9/15/2005

Innovative Turkey-To-Oil Plant Eats Money, Spits Out Fowl Odor - Kansas City Star 12apr2005

CARTHAGE, Mo. — The eyes of the world have been on this Missouri town for several years to see if a New York businessman can really turn turkey leftovers into oil.

The answer: A resounding yes. In fact, a revolutionary plant is turning 270 tons of poultry waste into 300 barrels of crude oil every day.

That would be cause for wild celebration in many circles if not for two not-so-minor problems.

First, the plant is losing buckets of money, and second, some residents of the town that once welcomed it now pretty much hate it.

It turns out that process of cooking turkey guts, feathers, feces and other waste gives off a horrible stench.

Residents have responded with hundreds of complaints to company, city, state and federal officials.

CARTHAGE, Mo. -- The eyes of the world have been on this Missouri town for several years to see if a New York businessman can really turn turkey leftovers into oil.

The answer: A resounding yes. In fact, a revolutionary plant is turning 270 tons of poultry waste into 300 barrels of crude oil every day.

That would be cause for wild celebration in many circles if not for two not-so-minor problems.

First, the plant is losing buckets of money, and second, some residents of the town that once welcomed it now pretty much hate it.

It turns out that process of cooking turkey guts, feathers, feces and other waste gives off a horrible stench...

"My obstacles are enormous," said Brian Appel, the man behind the plant.

The turkey oil is much more expensive to produce than projected -- the cost of a barrel is double what it sells for.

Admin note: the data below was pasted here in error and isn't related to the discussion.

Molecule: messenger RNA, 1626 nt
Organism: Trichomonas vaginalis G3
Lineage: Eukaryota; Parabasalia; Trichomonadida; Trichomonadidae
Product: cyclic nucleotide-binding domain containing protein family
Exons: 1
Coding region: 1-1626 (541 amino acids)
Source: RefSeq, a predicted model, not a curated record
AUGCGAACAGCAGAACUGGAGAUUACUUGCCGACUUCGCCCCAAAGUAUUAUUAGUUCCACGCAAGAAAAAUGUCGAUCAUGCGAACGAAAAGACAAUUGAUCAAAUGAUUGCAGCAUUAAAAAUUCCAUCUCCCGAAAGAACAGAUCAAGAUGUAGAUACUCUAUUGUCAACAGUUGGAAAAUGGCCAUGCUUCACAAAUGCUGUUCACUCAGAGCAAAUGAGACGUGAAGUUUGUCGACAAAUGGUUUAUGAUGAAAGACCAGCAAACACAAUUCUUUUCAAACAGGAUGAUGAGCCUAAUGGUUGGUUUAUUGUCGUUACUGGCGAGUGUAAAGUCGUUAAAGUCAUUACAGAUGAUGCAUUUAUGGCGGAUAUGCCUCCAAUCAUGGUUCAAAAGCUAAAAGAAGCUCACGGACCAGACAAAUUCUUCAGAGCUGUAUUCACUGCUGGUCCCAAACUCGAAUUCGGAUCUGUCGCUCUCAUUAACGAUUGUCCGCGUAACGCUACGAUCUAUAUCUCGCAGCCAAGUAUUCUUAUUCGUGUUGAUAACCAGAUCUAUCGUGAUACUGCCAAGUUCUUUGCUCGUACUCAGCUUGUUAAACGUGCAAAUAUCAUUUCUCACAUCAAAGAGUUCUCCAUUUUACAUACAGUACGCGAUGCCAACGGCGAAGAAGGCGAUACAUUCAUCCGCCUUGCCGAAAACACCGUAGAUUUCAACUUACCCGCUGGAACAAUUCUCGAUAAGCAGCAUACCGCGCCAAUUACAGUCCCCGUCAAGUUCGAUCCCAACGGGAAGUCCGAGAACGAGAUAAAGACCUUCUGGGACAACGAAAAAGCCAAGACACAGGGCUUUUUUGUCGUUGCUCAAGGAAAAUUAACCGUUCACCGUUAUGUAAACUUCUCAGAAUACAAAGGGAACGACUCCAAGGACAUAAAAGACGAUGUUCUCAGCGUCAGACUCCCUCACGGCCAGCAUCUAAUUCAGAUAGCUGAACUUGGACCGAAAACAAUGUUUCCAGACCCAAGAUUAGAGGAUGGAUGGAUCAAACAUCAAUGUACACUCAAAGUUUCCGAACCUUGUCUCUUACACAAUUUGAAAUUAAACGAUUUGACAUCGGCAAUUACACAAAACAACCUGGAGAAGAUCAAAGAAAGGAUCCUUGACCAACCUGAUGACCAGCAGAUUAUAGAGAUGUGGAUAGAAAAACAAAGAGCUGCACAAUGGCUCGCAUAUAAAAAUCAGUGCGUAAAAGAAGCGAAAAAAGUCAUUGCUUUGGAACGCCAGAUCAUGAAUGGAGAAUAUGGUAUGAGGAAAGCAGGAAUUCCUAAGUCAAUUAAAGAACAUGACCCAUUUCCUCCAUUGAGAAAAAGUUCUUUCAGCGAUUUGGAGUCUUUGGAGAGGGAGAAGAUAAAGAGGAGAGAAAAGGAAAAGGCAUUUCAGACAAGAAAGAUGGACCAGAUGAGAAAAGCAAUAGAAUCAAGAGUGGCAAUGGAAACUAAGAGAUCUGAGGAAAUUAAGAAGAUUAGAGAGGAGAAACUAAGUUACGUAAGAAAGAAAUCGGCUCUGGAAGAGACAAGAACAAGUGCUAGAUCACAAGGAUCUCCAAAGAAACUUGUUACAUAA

Appel told The Kansas City Star recently that he doubts the process can be financially successful in the United States for several years. His company, Changing World Technology, has put on hold plans to build more plants in Colorado, Alabama and Nevada.

Instead, he is considering a deal to build a plant in Ireland, where costs would be considerably less, and where a recent news article predicted a plant should be operating by next year. Appel also is negotiating with officials in Italy and Germany

Appel and his colleagues had assumed turkey waste would cost nothing because they expected the federal government to put a ban on feeding animal waste to animals. They estimated that processing plants would pay them $24 a ton to take away the offal.

But that didn't happen, and Appel now is paying $52 a ton for animal waste, he said.

Appel also had high hopes that he would get a $1-a-gallon biofuel tax credit for production costs, or about $42 per barrel. Congress did pass the tax credit, but the definition of biofuel excluded Appel's technology.

In Ireland, Appel said, the losses would be reversed because processing plants would pay him to take the waste and the government has a tax credit.

Changing World Technologies: Innovative Turkey-To-Oil Plant Eats Money, Spits Out Fowl Odor KAREN DILLON / Kansas City Star 12apr2005

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